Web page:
Since the very early days of humankind, we have always had a subtle (and sometimes not so subtle) urge to bludgeon our fellow humans into mushy pulp using hard objects. The cavemen knew this. The Byzantines acknowledged this. The Celts and Gauls were aware of it. Medieval knights relished it. Heck, even the sophisticates of the Rennaisance had the itch.
We don't really like to talk about this, of course, but when the artificial social restraints are stripped away, there really is no more manly way to defeat an opponent than by mashing him into fertilizer on the battlefield. That's why the mace and warhammer were considered weapons for the strongest and most capable of warriors
Maces and warhammers evolved and gained popularity over time, particularly when chainmail, ringmail and scale armor were invented. These types of armor made it difficult to kill an opponent with slashing weapons. The mace, however, could pulverize body parts without having to penetrate the armor. And pulverize they did. Maces and warhammers became extremely popular weapons and were responsible for uncountable deaths, injuries and accidental self-bonkings on the head (the last which really didn't do too much damage, but were likely a source of humiliation and jokes at the campfire after the battle).
Maces started life as clubs made from particularly big, heavy sticks. The big-stick arms race eventually led to big sticks with heavy balls of wood or rock affixed to the end. The next evolution was "heavy wood balls with knobby protrusions" (which, ironically was my nickname in high school). The knobby protrusions hurt a lot more than smooth wood, and caused more damage.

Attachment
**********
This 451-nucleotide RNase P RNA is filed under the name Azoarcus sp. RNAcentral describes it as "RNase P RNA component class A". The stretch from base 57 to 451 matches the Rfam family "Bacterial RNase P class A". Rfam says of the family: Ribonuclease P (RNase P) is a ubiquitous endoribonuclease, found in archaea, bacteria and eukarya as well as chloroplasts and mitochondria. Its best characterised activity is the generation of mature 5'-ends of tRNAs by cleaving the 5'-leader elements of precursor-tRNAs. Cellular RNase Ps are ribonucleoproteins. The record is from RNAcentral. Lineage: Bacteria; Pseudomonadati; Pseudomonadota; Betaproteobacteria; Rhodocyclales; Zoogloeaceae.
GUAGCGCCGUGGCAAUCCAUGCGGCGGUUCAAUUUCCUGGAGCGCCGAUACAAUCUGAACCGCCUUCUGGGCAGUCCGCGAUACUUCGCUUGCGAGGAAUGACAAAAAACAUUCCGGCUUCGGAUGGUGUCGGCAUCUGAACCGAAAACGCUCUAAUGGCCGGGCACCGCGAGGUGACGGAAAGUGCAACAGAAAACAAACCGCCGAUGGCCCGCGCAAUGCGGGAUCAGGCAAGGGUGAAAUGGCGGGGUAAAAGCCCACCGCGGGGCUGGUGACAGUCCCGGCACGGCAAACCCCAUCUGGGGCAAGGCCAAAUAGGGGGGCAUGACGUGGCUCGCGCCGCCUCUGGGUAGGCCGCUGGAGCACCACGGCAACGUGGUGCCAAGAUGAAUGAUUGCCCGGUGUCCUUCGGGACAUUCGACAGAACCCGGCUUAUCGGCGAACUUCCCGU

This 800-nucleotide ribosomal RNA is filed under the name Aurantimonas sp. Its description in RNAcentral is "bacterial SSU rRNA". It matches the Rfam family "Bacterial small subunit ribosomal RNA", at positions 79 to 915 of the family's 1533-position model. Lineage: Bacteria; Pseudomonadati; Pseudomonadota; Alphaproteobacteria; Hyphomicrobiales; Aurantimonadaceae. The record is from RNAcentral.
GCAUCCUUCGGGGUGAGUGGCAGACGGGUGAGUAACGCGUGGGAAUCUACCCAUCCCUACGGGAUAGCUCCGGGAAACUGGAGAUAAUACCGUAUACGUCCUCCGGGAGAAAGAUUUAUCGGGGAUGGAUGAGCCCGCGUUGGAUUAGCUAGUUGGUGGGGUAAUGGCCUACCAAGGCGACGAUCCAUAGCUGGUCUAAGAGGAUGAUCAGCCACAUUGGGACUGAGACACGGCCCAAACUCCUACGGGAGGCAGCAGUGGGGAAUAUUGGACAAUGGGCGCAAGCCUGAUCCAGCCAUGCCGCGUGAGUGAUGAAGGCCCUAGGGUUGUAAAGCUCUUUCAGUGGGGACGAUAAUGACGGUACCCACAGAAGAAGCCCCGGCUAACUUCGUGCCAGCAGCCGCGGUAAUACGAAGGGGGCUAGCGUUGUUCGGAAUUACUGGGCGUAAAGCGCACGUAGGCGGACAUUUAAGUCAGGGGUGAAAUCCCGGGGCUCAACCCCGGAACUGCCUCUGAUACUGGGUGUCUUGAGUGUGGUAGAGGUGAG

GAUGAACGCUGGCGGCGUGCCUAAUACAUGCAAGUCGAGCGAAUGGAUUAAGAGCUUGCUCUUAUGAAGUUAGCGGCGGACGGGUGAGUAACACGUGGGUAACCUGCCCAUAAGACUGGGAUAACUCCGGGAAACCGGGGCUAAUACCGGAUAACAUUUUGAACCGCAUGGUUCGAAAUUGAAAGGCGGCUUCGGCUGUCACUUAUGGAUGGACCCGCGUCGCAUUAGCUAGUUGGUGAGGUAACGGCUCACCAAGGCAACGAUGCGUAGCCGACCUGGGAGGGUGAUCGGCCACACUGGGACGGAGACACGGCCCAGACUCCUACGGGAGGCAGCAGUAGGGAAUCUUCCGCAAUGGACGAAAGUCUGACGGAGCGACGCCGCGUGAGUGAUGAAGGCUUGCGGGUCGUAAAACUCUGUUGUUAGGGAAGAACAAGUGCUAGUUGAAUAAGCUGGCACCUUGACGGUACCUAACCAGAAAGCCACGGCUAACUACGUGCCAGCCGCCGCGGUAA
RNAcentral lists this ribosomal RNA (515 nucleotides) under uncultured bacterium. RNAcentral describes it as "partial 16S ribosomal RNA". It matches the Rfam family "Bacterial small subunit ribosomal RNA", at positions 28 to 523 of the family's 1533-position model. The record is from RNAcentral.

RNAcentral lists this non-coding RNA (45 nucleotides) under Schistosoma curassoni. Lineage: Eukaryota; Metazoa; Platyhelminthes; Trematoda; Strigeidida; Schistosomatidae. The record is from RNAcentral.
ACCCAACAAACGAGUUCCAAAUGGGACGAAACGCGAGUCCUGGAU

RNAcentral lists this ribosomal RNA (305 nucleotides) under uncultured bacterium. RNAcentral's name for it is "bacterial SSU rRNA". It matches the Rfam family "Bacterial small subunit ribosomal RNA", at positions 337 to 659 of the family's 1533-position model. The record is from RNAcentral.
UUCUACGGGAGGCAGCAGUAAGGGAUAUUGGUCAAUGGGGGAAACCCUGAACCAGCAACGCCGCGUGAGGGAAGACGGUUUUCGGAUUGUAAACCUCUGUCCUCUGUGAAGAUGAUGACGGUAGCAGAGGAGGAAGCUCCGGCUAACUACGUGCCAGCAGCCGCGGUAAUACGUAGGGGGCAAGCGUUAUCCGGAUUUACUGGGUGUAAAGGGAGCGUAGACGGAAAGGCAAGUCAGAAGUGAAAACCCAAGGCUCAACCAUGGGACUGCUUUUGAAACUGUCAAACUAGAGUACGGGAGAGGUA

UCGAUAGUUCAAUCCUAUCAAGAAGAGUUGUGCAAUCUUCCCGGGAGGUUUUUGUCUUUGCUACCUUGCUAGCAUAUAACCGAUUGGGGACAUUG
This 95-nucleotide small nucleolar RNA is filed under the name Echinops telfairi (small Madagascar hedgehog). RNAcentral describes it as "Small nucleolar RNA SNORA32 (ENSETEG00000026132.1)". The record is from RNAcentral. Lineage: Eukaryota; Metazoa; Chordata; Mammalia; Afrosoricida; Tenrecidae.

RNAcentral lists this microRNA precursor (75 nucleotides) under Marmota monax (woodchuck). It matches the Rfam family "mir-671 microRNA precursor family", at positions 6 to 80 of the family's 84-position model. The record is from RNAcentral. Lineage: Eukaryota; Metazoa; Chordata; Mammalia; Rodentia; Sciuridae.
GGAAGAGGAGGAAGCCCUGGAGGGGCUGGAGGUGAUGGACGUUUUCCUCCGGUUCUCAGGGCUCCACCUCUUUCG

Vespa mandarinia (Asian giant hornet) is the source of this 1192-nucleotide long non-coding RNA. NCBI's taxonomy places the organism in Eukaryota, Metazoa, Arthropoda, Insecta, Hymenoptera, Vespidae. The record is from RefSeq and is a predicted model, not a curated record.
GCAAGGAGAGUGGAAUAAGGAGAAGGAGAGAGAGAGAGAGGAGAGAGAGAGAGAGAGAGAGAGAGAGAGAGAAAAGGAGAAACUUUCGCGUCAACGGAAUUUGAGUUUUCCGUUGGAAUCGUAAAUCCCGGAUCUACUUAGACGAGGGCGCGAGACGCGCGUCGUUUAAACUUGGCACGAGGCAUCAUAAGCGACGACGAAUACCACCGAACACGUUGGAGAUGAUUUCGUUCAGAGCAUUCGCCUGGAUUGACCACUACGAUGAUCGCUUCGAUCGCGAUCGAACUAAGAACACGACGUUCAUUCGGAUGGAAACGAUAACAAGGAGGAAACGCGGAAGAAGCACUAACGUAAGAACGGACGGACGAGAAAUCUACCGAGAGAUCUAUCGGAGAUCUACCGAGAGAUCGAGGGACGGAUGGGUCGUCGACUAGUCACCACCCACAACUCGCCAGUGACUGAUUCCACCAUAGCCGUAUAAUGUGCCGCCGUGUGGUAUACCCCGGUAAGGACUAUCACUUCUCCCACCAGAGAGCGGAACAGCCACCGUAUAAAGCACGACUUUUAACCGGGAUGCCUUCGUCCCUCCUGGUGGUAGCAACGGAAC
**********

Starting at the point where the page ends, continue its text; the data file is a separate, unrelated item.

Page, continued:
Eventually, with the advent of bronze and iron, metal maces came into fashion. These of course were much more lethal, although not as popular as swords and spears. It wasn't until the aforementioned popularity of metallic armor that the maces and warhammers truly enjoyed a robust popularity. Maces and hammers were also quite a bit cheaper to make, on average, than swords, so lower class warriors and some po' folk in general could afford them.
Flanged maces (maces with angular metal edges and points protruding from the head)were popularized circa 1200, when thick, nearly impenetrable plate armor was rendering both swords and maces less effective. The flanges were capable of focusing an enormous amount of power into a very small point. This allowed the mace to penetrate the armor a' la old fashioned can-openers.
An alternate version of a flanged mace was the spiked mace, which was basically a standard ball-headed mace with iron spikes lodged into it. The spikes were less effective against heavy armor, but really, really hurt if they hit lightly armored or, heaven forbid, unarmored opponents (or gerbils).